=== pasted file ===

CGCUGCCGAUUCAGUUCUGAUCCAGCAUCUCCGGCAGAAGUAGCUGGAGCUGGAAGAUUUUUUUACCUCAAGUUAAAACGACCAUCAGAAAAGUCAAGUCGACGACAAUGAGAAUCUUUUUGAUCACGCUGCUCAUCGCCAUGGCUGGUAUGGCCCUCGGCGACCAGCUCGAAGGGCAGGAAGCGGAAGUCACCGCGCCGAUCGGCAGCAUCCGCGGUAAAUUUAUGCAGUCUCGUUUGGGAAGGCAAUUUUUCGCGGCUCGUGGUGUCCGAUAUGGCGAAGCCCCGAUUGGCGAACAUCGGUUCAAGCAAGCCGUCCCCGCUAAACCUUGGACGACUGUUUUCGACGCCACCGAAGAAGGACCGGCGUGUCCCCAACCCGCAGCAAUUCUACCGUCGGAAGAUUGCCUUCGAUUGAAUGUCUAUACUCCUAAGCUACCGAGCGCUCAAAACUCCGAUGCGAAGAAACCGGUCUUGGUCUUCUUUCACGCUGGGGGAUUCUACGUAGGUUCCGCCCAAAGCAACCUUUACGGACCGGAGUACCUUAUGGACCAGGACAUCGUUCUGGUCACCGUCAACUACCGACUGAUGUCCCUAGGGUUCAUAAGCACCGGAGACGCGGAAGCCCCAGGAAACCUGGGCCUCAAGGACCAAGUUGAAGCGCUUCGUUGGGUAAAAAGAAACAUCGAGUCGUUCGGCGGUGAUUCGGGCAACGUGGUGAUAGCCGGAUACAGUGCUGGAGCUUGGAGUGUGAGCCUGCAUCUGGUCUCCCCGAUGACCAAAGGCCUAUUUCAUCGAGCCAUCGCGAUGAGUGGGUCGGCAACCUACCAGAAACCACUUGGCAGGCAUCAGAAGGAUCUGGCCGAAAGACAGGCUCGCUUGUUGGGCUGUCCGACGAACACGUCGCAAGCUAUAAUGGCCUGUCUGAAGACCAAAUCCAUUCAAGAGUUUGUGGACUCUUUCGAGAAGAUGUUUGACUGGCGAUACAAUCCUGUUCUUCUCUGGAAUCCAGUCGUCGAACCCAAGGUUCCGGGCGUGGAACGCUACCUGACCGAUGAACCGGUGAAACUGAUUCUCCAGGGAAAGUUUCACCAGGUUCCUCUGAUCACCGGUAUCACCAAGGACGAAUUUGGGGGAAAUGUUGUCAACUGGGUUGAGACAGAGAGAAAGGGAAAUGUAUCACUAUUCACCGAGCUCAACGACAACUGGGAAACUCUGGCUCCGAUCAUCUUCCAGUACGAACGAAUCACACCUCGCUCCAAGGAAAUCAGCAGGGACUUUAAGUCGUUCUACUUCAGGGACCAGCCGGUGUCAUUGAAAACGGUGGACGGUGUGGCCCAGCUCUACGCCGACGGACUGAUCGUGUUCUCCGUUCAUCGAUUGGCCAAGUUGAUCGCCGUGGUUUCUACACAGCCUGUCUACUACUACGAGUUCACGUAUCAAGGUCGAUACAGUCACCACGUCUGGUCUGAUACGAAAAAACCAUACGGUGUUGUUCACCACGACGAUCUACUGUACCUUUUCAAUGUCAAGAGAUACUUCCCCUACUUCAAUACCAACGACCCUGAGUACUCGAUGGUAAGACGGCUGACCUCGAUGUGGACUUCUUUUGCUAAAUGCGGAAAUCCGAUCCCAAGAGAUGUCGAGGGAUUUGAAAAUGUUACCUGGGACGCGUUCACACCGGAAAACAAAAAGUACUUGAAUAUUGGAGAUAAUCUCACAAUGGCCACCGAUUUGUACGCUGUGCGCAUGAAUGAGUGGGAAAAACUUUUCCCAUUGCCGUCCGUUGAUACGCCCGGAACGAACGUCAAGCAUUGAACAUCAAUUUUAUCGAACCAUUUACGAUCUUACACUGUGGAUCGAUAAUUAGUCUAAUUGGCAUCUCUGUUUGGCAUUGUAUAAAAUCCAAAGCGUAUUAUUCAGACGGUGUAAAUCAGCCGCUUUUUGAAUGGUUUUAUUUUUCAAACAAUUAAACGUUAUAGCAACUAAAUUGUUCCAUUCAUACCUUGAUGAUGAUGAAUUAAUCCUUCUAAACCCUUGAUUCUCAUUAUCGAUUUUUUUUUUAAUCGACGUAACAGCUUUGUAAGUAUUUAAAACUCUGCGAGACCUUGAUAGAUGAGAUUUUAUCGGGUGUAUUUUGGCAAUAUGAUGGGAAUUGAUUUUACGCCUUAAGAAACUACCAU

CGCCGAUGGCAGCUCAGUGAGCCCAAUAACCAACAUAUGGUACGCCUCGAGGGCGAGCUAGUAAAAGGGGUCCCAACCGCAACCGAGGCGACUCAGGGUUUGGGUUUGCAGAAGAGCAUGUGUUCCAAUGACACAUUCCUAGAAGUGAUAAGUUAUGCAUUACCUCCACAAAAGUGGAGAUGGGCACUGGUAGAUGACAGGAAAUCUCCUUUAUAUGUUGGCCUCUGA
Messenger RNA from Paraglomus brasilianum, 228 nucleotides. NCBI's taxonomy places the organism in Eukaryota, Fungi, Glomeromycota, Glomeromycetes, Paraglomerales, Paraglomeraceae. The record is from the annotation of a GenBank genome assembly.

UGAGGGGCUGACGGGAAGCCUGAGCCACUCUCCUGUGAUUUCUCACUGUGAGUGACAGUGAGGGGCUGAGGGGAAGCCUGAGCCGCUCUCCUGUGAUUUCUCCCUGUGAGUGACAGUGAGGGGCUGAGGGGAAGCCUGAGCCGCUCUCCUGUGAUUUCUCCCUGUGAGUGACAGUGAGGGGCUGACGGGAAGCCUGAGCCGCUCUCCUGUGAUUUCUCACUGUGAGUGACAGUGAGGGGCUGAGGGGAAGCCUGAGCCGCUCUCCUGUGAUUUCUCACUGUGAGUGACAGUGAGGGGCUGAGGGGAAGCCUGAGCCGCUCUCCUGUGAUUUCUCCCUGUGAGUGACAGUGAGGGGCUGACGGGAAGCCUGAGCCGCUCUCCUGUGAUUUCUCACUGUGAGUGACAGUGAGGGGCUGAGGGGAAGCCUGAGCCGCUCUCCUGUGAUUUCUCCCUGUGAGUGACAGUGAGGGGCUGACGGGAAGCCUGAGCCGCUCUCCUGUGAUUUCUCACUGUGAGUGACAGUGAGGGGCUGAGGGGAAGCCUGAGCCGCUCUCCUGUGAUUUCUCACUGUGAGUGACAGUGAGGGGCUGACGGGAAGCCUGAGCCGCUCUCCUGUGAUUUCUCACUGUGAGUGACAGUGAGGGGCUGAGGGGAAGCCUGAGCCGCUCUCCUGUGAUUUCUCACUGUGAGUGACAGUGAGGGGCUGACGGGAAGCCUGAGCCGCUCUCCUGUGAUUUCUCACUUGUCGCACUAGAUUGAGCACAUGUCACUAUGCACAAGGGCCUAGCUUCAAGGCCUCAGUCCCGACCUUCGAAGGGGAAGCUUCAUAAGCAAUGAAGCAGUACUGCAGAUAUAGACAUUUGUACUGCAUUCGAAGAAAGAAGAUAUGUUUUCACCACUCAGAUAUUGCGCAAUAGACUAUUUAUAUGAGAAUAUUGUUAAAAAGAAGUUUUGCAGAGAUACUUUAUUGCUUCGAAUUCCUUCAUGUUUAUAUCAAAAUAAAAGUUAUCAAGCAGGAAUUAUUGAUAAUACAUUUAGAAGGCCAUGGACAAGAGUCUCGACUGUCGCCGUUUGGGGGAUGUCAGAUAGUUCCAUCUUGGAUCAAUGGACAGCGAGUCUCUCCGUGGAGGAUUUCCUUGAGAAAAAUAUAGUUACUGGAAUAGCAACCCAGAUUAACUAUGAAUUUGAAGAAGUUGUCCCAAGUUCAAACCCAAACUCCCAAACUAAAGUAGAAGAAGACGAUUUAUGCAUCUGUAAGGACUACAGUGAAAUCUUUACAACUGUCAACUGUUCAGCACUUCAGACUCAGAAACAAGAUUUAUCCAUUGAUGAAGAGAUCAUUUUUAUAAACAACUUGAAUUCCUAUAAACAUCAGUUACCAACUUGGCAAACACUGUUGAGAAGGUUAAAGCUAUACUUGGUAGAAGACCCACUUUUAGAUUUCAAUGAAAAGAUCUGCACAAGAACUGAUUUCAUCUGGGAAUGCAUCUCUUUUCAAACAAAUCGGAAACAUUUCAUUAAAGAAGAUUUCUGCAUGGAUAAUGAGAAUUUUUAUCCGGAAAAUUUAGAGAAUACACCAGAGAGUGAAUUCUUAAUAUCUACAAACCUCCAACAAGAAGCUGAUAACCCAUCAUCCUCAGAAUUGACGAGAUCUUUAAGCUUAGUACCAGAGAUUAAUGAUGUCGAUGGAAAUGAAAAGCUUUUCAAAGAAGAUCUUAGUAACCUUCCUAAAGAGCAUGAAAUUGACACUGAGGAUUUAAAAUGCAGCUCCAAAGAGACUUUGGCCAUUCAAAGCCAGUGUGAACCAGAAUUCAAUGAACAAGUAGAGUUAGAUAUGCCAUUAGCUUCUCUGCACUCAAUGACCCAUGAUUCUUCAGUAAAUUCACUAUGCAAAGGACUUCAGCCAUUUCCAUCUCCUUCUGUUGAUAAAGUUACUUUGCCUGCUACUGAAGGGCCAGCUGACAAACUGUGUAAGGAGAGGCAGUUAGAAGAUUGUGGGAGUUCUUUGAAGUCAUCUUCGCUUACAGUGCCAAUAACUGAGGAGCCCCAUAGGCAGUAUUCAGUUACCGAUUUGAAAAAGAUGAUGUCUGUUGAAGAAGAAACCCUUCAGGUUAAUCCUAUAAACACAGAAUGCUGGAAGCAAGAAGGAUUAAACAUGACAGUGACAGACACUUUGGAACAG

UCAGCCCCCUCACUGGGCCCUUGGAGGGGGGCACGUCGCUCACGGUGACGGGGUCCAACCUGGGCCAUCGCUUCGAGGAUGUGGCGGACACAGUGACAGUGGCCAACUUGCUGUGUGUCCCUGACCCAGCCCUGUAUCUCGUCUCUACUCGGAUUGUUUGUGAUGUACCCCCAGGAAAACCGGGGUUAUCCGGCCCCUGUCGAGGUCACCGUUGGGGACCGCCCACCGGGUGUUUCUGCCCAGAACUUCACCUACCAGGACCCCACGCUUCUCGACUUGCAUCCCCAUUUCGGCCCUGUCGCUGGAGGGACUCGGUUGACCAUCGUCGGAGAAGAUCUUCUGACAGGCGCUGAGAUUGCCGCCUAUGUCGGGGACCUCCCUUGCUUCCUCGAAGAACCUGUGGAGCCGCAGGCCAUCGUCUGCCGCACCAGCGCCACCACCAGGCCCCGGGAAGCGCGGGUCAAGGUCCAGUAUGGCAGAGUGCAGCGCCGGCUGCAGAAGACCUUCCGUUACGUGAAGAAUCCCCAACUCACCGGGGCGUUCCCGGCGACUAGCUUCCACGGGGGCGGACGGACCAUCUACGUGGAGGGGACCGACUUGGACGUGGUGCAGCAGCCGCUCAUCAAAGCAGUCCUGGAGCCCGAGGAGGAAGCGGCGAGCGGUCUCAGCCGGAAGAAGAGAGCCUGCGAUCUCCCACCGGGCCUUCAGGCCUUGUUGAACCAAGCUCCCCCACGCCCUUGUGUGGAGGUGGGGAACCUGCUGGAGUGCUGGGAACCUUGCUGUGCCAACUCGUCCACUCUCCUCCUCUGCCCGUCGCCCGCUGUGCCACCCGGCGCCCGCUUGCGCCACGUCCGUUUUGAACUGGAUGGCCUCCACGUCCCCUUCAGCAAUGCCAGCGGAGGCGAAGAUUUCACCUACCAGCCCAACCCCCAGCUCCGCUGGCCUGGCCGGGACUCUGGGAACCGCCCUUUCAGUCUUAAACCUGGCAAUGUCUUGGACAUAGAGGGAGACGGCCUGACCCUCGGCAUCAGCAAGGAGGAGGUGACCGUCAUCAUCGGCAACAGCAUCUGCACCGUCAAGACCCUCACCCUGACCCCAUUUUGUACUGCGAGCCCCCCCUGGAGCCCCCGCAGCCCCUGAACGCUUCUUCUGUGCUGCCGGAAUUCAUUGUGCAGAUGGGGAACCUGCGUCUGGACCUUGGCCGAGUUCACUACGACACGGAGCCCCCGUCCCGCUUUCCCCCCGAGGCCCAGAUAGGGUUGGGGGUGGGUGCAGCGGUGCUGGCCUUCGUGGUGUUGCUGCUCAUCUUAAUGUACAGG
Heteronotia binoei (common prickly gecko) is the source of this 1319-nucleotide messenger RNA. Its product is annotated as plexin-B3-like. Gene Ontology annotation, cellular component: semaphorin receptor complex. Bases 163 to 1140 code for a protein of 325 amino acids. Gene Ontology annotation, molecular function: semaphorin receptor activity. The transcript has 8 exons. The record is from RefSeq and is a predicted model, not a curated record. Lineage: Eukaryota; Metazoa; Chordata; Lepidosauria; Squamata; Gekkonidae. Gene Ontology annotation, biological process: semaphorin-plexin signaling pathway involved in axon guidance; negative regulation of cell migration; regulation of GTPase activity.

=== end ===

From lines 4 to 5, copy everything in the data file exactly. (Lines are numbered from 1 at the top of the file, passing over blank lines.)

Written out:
UGAGGGGCUGACGGGAAGCCUGAGCCACUCUCCUGUGAUUUCUCACUGUGAGUGACAGUGAGGGGCUGAGGGGAAGCCUGAGCCGCUCUCCUGUGAUUUCUCCCUGUGAGUGACAGUGAGGGGCUGAGGGGAAGCCUGAGCCGCUCUCCUGUGAUUUCUCCCUGUGAGUGACAGUGAGGGGCUGACGGGAAGCCUGAGCCGCUCUCCUGUGAUUUCUCACUGUGAGUGACAGUGAGGGGCUGAGGGGAAGCCUGAGCCGCUCUCCUGUGAUUUCUCACUGUGAGUGACAGUGAGGGGCUGAGGGGAAGCCUGAGCCGCUCUCCUGUGAUUUCUCCCUGUGAGUGACAGUGAGGGGCUGACGGGAAGCCUGAGCCGCUCUCCUGUGAUUUCUCACUGUGAGUGACAGUGAGGGGCUGAGGGGAAGCCUGAGCCGCUCUCCUGUGAUUUCUCCCUGUGAGUGACAGUGAGGGGCUGACGGGAAGCCUGAGCCGCUCUCCUGUGAUUUCUCACUGUGAGUGACAGUGAGGGGCUGAGGGGAAGCCUGAGCCGCUCUCCUGUGAUUUCUCACUGUGAGUGACAGUGAGGGGCUGACGGGAAGCCUGAGCCGCUCUCCUGUGAUUUCUCACUGUGAGUGACAGUGAGGGGCUGAGGGGAAGCCUGAGCCGCUCUCCUGUGAUUUCUCACUGUGAGUGACAGUGAGGGGCUGACGGGAAGCCUGAGCCGCUCUCCUGUGAUUUCUCACUUGUCGCACUAGAUUGAGCACAUGUCACUAUGCACAAGGGCCUAGCUUCAAGGCCUCAGUCCCGACCUUCGAAGGGGAAGCUUCAUAAGCAAUGAAGCAGUACUGCAGAUAUAGACAUUUGUACUGCAUUCGAAGAAAGAAGAUAUGUUUUCACCACUCAGAUAUUGCGCAAUAGACUAUUUAUAUGAGAAUAUUGUUAAAAAGAAGUUUUGCAGAGAUACUUUAUUGCUUCGAAUUCCUUCAUGUUUAUAUCAAAAUAAAAGUUAUCAAGCAGGAAUUAUUGAUAAUACAUUUAGAAGGCCAUGGACAAGAGUCUCGACUGUCGCCGUUUGGGGGAUGUCAGAUAGUUCCAUCUUGGAUCAAUGGACAGCGAGUCUCUCCGUGGAGGAUUUCCUUGAGAAAAAUAUAGUUACUGGAAUAGCAACCCAGAUUAACUAUGAAUUUGAAGAAGUUGUCCCAAGUUCAAACCCAAACUCCCAAACUAAAGUAGAAGAAGACGAUUUAUGCAUCUGUAAGGACUACAGUGAAAUCUUUACAACUGUCAACUGUUCAGCACUUCAGACUCAGAAACAAGAUUUAUCCAUUGAUGAAGAGAUCAUUUUUAUAAACAACUUGAAUUCCUAUAAACAUCAGUUACCAACUUGGCAAACACUGUUGAGAAGGUUAAAGCUAUACUUGGUAGAAGACCCACUUUUAGAUUUCAAUGAAAAGAUCUGCACAAGAACUGAUUUCAUCUGGGAAUGCAUCUCUUUUCAAACAAAUCGGAAACAUUUCAUUAAAGAAGAUUUCUGCAUGGAUAAUGAGAAUUUUUAUCCGGAAAAUUUAGAGAAUACACCAGAGAGUGAAUUCUUAAUAUCUACAAACCUCCAACAAGAAGCUGAUAACCCAUCAUCCUCAGAAUUGACGAGAUCUUUAAGCUUAGUACCAGAGAUUAAUGAUGUCGAUGGAAAUGAAAAGCUUUUCAAAGAAGAUCUUAGUAACCUUCCUAAAGAGCAUGAAAUUGACACUGAGGAUUUAAAAUGCAGCUCCAAAGAGACUUUGGCCAUUCAAAGCCAGUGUGAACCAGAAUUCAAUGAACAAGUAGAGUUAGAUAUGCCAUUAGCUUCUCUGCACUCAAUGACCCAUGAUUCUUCAGUAAAUUCACUAUGCAAAGGACUUCAGCCAUUUCCAUCUCCUUCUGUUGAUAAAGUUACUUUGCCUGCUACUGAAGGGCCAGCUGACAAACUGUGUAAGGAGAGGCAGUUAGAAGAUUGUGGGAGUUCUUUGAAGUCAUCUUCGCUUACAGUGCCAAUAACUGAGGAGCCCCAUAGGCAGUAUUCAGUUACCGAUUUGAAAAAGAUGAUGUCUGUUGAAGAAGAAACCCUUCAGGUUAAUCCUAUAAACACAGAAUGCUGGAAGCAAGAAGGAUUAAACAUGACAGUGACAGACACUUUGGAACAG

UCAGCCCCCUCACUGGGCCCUUGGAGGGGGGCACGUCGCUCACGGUGACGGGGUCCAACCUGGGCCAUCGCUUCGAGGAUGUGGCGGACACAGUGACAGUGGCCAACUUGCUGUGUGUCCCUGACCCAGCCCUGUAUCUCGUCUCUACUCGGAUUGUUUGUGAUGUACCCCCAGGAAAACCGGGGUUAUCCGGCCCCUGUCGAGGUCACCGUUGGGGACCGCCCACCGGGUGUUUCUGCCCAGAACUUCACCUACCAGGACCCCACGCUUCUCGACUUGCAUCCCCAUUUCGGCCCUGUCGCUGGAGGGACUCGGUUGACCAUCGUCGGAGAAGAUCUUCUGACAGGCGCUGAGAUUGCCGCCUAUGUCGGGGACCUCCCUUGCUUCCUCGAAGAACCUGUGGAGCCGCAGGCCAUCGUCUGCCGCACCAGCGCCACCACCAGGCCCCGGGAAGCGCGGGUCAAGGUCCAGUAUGGCAGAGUGCAGCGCCGGCUGCAGAAGACCUUCCGUUACGUGAAGAAUCCCCAACUCACCGGGGCGUUCCCGGCGACUAGCUUCCACGGGGGCGGACGGACCAUCUACGUGGAGGGGACCGACUUGGACGUGGUGCAGCAGCCGCUCAUCAAAGCAGUCCUGGAGCCCGAGGAGGAAGCGGCGAGCGGUCUCAGCCGGAAGAAGAGAGCCUGCGAUCUCCCACCGGGCCUUCAGGCCUUGUUGAACCAAGCUCCCCCACGCCCUUGUGUGGAGGUGGGGAACCUGCUGGAGUGCUGGGAACCUUGCUGUGCCAACUCGUCCACUCUCCUCCUCUGCCCGUCGCCCGCUGUGCCACCCGGCGCCCGCUUGCGCCACGUCCGUUUUGAACUGGAUGGCCUCCACGUCCCCUUCAGCAAUGCCAGCGGAGGCGAAGAUUUCACCUACCAGCCCAACCCCCAGCUCCGCUGGCCUGGCCGGGACUCUGGGAACCGCCCUUUCAGUCUUAAACCUGGCAAUGUCUUGGACAUAGAGGGAGACGGCCUGACCCUCGGCAUCAGCAAGGAGGAGGUGACCGUCAUCAUCGGCAACAGCAUCUGCACCGUCAAGACCCUCACCCUGACCCCAUUUUGUACUGCGAGCCCCCCCUGGAGCCCCCGCAGCCCCUGAACGCUUCUUCUGUGCUGCCGGAAUUCAUUGUGCAGAUGGGGAACCUGCGUCUGGACCUUGGCCGAGUUCACUACGACACGGAGCCCCCGUCCCGCUUUCCCCCCGAGGCCCAGAUAGGGUUGGGGGUGGGUGCAGCGGUGCUGGCCUUCGUGGUGUUGCUGCUCAUCUUAAUGUACAGG